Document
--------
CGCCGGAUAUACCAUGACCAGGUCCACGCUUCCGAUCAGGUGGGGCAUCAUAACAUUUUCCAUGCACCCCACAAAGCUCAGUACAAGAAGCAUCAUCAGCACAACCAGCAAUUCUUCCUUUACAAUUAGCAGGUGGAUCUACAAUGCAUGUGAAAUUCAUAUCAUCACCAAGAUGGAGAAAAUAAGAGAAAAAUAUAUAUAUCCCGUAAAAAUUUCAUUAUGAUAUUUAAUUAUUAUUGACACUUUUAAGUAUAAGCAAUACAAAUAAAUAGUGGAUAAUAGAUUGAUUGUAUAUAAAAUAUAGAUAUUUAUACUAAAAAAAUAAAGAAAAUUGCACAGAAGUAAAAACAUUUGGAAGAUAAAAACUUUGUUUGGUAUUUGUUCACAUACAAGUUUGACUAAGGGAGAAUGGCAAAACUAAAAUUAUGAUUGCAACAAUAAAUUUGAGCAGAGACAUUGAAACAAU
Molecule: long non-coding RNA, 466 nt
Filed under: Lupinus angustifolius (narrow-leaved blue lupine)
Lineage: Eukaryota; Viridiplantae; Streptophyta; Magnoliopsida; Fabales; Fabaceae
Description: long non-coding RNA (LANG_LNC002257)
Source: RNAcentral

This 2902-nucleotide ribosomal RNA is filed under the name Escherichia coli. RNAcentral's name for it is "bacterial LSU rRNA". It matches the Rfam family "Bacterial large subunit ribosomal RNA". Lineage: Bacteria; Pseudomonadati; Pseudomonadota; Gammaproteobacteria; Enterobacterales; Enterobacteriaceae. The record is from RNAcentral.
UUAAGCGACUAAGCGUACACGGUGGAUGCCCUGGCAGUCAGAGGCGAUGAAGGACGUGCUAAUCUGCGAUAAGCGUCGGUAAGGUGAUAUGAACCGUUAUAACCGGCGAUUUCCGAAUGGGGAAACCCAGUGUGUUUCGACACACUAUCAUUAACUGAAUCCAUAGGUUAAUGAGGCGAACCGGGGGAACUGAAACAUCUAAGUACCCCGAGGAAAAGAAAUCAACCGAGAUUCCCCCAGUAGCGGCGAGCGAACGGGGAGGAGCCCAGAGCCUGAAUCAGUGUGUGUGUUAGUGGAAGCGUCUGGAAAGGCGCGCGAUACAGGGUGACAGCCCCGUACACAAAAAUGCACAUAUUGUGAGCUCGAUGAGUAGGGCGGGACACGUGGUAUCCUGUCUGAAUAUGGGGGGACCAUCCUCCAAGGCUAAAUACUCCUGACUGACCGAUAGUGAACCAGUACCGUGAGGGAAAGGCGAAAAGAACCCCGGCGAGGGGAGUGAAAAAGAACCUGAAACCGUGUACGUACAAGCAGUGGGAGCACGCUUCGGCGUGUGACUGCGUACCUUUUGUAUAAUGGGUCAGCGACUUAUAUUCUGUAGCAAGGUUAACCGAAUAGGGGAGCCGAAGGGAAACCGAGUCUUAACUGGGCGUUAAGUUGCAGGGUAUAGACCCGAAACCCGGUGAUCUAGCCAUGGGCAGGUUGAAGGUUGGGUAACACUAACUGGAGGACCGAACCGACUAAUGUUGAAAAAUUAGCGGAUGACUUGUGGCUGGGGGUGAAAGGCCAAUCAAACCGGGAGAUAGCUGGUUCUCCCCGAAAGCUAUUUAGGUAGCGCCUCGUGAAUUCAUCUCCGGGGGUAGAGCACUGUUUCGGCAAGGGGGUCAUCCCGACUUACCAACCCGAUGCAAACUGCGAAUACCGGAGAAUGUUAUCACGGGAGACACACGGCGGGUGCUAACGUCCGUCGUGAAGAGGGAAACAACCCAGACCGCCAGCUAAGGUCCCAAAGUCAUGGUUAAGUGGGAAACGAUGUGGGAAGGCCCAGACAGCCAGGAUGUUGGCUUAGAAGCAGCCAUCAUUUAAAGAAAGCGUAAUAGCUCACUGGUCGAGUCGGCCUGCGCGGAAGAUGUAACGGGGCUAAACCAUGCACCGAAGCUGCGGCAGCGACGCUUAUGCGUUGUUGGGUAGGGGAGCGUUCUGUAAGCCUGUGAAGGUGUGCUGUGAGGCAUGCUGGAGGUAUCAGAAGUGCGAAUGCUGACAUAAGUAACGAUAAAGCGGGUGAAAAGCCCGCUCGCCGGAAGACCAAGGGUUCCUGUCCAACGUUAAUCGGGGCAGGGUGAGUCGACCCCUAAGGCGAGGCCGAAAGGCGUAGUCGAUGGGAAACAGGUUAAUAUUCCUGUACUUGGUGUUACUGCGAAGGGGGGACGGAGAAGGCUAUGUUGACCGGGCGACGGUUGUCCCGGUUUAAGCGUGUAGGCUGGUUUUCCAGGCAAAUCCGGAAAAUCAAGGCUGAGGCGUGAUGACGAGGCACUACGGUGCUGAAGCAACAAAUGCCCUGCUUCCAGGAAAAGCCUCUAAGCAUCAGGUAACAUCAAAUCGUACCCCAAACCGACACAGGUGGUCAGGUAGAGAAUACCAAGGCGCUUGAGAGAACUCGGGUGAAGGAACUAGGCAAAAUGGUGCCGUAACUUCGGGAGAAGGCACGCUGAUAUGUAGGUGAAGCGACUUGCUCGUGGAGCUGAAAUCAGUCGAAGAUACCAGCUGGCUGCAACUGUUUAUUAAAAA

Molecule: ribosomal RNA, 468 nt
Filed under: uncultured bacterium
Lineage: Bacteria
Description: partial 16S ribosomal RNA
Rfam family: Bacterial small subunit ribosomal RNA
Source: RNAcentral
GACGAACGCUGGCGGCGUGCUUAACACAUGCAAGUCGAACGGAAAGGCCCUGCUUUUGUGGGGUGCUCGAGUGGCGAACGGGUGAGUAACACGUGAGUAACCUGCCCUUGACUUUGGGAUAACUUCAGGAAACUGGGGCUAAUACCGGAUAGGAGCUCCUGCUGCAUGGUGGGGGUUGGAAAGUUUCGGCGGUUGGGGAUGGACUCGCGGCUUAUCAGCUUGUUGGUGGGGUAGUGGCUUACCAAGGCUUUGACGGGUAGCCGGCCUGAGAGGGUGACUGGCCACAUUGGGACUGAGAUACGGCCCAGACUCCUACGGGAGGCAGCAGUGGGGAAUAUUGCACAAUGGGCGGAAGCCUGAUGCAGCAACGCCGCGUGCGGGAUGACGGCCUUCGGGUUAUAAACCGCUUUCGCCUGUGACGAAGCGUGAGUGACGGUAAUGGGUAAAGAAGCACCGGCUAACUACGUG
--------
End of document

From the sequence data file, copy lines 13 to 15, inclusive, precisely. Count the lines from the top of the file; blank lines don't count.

Rfam family: Bacterial small subunit ribosomal RNA
Source: RNAcentral
GACGAACGCUGGCGGCGUGCUUAACACAUGCAAGUCGAACGGAAAGGCCCUGCUUUUGUGGGGUGCUCGAGUGGCGAACGGGUGAGUAACACGUGAGUAACCUGCCCUUGACUUUGGGAUAACUUCAGGAAACUGGGGCUAAUACCGGAUAGGAGCUCCUGCUGCAUGGUGGGGGUUGGAAAGUUUCGGCGGUUGGGGAUGGACUCGCGGCUUAUCAGCUUGUUGGUGGGGUAGUGGCUUACCAAGGCUUUGACGGGUAGCCGGCCUGAGAGGGUGACUGGCCACAUUGGGACUGAGAUACGGCCCAGACUCCUACGGGAGGCAGCAGUGGGGAAUAUUGCACAAUGGGCGGAAGCCUGAUGCAGCAACGCCGCGUGCGGGAUGACGGCCUUCGGGUUAUAAACCGCUUUCGCCUGUGACGAAGCGUGAGUGACGGUAAUGGGUAAAGAAGCACCGGCUAACUACGUG